John Wycliffe

John Wycliffe Biography

John Wycliffe (1330 -1384) was a theologian, philosopher, lay preacher and translator. John Wycliffe produced some of the first hand written English translations of the Bible and helped to make them widely available. He was an early critic of the Papacy and the clerical basis of the Catholic church; Wycliffe argued scripture was primary source basis of Christianity. He is seen by many as the precursor for the later Protestant Reformation of Martin Luther .

Preaching the Gospel exceeds prayer and administration of the sacraments to an infinite degree.

– John Wycliffe

Short Biography John Wycliffe

john-wycliffeJohn Wycliffe was born in the North Ridings, Yorkshire. His family were of Saxon origins. As a young man he moved to Oxford to study natural science, mathematics and theology. He studied at Balliol college, where he would later became the Master of Balliol. Wycliffe was most interested in theology and studying scripture.

He became known for being an excellent scholar with a thorough understanding of the law; gaining the attention of the Archbishop of Canterbury, he was made head of Canterbury Hall in 1365. When the Pope pressed England to send taxes, Wycliffe was instrumental in drafting a reply arguing that there was no basis for demanding a tribute from a foreign power.

“Already a third and more of England is in the hands of the Pope. There cannot be two temporal sovereigns in one country; either Edward is King or Urban is king. We make our choice. We accept Edward of England and refute Urban of Rome.”

– John Wycliffe (Quoted in William Tyndale: If God Spare My Life — Martyrdom, Betrayal and the English Bible (2003))

The pope, keen not to antagonise the English, soon withdrew his request.

In 1374, Wycliffe also served as a negotiator in the Peace Congress at Bruges – between England and France; this furthered his political influence and stature.

john-wycliffeFrom his early days at Oxford, Wycliffe contended with various aspects of Catholic philosophy and influence. Initially, this was more abstract and philosophical, but increasingly he became critical of the actions and power that the church wielded. He argued that the clerics were not justified in having so much secular power – because they often acted in an immoral way and because the gospels didn’t support it.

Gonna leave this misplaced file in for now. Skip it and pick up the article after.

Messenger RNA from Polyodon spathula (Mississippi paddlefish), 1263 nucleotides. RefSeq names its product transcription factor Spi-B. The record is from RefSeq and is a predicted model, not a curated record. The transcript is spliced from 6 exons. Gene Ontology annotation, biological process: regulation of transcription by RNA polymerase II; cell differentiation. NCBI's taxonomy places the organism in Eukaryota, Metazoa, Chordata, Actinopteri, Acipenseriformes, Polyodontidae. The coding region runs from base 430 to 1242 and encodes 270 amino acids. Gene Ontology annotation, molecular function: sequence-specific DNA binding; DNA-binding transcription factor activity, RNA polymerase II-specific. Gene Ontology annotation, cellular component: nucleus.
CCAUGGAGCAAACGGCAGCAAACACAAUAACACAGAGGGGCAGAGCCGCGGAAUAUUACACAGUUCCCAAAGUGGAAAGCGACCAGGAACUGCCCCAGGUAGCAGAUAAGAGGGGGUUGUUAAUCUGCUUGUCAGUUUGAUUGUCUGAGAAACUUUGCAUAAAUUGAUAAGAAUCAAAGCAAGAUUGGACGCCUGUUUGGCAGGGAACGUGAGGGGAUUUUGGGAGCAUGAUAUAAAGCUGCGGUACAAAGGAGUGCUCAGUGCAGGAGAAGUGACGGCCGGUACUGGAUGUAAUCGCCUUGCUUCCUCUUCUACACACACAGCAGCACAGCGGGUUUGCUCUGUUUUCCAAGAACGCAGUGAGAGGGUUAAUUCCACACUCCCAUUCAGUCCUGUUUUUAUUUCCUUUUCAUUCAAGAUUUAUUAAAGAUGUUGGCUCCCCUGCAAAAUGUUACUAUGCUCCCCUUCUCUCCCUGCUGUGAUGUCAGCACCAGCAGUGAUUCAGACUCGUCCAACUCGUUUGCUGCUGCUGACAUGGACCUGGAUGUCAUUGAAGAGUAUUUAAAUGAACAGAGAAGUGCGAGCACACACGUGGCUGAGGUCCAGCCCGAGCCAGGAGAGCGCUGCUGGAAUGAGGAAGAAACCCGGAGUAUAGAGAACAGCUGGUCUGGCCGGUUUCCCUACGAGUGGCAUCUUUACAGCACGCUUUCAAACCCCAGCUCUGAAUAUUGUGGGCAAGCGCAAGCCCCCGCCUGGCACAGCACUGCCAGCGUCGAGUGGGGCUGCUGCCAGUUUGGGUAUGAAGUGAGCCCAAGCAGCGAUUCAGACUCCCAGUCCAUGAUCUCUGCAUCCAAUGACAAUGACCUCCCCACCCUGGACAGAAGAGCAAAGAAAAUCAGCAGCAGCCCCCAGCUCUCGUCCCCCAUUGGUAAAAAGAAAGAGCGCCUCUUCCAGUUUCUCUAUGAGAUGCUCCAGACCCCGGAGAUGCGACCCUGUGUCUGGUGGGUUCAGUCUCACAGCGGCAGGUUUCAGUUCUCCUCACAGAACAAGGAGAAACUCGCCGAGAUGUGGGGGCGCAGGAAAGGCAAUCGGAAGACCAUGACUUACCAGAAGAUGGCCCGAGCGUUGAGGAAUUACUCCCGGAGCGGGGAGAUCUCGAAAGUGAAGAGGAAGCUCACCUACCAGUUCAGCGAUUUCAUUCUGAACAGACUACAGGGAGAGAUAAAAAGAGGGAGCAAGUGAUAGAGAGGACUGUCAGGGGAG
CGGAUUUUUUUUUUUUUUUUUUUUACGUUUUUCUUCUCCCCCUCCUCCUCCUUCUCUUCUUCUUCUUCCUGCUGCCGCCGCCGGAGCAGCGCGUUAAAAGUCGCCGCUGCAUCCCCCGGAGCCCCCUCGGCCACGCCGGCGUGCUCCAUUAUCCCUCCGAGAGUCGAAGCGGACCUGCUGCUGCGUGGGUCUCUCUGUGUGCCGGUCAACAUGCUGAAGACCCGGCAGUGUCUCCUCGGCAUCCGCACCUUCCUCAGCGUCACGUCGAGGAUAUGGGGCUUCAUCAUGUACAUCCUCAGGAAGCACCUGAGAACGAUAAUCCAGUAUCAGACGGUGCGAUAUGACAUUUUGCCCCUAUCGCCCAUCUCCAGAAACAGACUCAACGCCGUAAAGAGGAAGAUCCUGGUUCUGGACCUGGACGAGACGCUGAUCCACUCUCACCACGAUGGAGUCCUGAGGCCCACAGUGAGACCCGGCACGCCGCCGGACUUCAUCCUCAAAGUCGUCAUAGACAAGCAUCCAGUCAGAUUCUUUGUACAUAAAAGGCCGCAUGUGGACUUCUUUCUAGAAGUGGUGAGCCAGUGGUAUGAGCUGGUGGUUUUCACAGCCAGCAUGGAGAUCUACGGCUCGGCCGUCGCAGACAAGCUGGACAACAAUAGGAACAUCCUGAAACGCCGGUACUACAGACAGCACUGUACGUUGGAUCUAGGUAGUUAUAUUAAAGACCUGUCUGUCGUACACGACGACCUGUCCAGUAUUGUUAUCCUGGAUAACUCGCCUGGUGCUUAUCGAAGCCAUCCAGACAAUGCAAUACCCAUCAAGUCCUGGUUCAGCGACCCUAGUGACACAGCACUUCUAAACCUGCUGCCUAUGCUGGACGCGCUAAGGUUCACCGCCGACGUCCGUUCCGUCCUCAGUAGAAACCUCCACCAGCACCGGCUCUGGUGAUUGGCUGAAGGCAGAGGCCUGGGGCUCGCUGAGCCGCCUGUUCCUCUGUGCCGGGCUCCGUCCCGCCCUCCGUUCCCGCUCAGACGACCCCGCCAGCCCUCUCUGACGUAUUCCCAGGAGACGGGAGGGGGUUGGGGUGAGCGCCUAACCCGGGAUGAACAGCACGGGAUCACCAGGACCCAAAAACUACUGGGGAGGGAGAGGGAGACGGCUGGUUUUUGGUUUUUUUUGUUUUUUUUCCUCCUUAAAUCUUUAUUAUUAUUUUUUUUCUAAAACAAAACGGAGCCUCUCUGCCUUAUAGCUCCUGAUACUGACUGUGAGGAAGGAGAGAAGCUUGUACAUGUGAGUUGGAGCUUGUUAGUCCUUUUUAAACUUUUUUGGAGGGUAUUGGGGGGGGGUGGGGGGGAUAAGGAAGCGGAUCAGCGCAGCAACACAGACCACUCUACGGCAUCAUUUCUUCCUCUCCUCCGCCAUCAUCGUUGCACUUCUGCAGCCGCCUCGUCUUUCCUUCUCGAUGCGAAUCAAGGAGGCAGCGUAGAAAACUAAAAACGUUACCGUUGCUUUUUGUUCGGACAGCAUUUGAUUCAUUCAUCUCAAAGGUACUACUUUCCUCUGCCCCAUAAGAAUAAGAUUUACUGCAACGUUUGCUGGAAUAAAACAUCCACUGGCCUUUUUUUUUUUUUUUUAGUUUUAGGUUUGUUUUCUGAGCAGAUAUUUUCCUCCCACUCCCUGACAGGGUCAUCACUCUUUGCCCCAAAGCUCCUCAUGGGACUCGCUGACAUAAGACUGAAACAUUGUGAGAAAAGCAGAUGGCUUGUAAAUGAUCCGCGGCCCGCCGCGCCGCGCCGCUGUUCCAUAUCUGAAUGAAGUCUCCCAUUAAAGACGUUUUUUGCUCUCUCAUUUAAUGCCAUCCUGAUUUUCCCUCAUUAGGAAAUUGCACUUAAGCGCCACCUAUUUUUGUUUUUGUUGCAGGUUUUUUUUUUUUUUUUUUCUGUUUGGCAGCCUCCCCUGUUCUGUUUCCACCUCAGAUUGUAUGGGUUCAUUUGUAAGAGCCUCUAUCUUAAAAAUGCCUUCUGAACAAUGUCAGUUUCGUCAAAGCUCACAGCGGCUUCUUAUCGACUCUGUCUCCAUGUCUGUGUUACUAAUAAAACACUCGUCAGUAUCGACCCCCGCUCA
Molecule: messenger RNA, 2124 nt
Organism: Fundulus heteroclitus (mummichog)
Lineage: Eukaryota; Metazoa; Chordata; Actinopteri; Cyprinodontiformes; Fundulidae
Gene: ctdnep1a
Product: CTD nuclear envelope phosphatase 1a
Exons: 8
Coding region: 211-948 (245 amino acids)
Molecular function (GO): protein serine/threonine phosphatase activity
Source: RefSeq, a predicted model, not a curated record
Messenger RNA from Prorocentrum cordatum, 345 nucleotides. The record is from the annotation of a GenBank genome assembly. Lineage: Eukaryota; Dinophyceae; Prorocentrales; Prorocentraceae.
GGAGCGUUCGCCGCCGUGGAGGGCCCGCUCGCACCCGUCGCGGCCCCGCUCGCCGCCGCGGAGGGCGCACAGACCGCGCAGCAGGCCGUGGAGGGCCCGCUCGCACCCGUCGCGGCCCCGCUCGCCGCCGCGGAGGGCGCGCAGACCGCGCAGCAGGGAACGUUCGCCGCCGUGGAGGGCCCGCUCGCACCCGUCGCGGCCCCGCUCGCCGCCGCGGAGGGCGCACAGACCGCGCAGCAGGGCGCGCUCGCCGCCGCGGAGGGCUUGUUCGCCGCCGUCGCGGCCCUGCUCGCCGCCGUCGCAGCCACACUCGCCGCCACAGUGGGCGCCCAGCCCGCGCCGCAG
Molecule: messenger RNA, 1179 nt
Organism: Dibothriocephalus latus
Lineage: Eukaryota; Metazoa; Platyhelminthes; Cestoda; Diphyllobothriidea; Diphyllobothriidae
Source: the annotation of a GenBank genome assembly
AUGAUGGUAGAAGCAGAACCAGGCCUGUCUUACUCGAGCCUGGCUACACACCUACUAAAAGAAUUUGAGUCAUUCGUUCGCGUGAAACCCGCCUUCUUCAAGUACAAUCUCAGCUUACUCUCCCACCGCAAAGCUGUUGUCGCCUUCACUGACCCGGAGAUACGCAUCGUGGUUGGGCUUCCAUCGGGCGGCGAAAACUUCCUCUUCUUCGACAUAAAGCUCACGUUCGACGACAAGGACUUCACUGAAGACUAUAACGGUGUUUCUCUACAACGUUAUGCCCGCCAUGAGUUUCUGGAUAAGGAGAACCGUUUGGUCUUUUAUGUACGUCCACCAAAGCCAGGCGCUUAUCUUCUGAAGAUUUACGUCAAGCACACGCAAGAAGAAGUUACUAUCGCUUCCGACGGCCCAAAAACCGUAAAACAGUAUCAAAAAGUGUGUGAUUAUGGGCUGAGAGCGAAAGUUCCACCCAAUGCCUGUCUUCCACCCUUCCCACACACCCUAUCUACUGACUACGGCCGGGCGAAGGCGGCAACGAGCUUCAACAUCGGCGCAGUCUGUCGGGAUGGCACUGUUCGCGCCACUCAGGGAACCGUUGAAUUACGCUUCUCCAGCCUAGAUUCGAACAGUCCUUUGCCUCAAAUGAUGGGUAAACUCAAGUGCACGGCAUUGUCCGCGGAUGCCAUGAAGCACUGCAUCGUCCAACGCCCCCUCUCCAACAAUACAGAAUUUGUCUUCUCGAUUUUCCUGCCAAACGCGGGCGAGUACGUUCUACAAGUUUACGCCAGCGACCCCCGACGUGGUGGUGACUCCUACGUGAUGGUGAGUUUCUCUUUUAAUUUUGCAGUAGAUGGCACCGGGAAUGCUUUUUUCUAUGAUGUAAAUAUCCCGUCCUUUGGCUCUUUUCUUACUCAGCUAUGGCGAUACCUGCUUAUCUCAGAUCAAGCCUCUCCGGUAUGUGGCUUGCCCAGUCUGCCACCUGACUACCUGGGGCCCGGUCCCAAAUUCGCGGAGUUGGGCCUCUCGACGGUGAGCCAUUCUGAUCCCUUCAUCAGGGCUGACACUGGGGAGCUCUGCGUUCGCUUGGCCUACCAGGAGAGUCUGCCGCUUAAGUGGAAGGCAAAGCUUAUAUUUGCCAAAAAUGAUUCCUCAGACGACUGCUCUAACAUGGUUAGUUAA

On his return from Bruges, with support from his patron John of Gaunt, he wrote tracts and books, expressing his views. (The most important was Summa Theologiae) This included denunciations of collecting indulgences for the remission of sin. He also asserted the right of the King to take away property from the church, if justified.

Wycliffe became a popular preacher in London, and many reformers allied himself to his views. Though as might be expected, he also attracted increased criticism from those with powerful positions in the church, who were now threatened by Wycliffe’s talk of reform. After calling for the secularisation of English church property, his opponents argued he was guilty of blasphemy. Wycliffe had to defend himself at Lambeth palace. With opinion split, he was forbidden to speak further on these matters.

However, with powerful backers, Wycliffe continued his reforming attempts. In particular, he began the very significant step of translating and writing out the New Testament in English. This was a radical step as it brought the gospels close to the ordinary person who could not understand Latin, and removed the Church as the ‘interpreter’.

For the next few years Wycliffe continued to attack the Pope and the church hierarchy. The church sought to destroy the English versions of his bible, but the fact that so many copies survived suggest, that under his leadership, the movement to distribute the Bible in English was quite successful.

Wycliffe began to attract a group of followers – known as the Lollards. They spread Wycliffe’s teaching and ideas throughout England. His political influence was such that he was even blamed for the peasant’s revolt of 1381 – though he disapproved of it.

Attacks against Wycliffe continued until his death. But, supported by a sufficient number of people (especially in Oxford, and Parliament) he was never excommunicated or derived of his position.

After retiring to Lutterworth, Wycliffe suffered a stroke on Dec 28, 1384 and died three days later.

20 years later, Wycliffe was condemned as a heretic and his books should be burned and his body exhumed and bones crushed. However, Wycliffe had left a profound mark on English and European thought. He had challenged the authority of the church and pope, laying the foundation for the future Reformation, which would reject the Papacy and promote the Bible. Also, his work to make an English version of the bible available was a critical moment in English Christianity.

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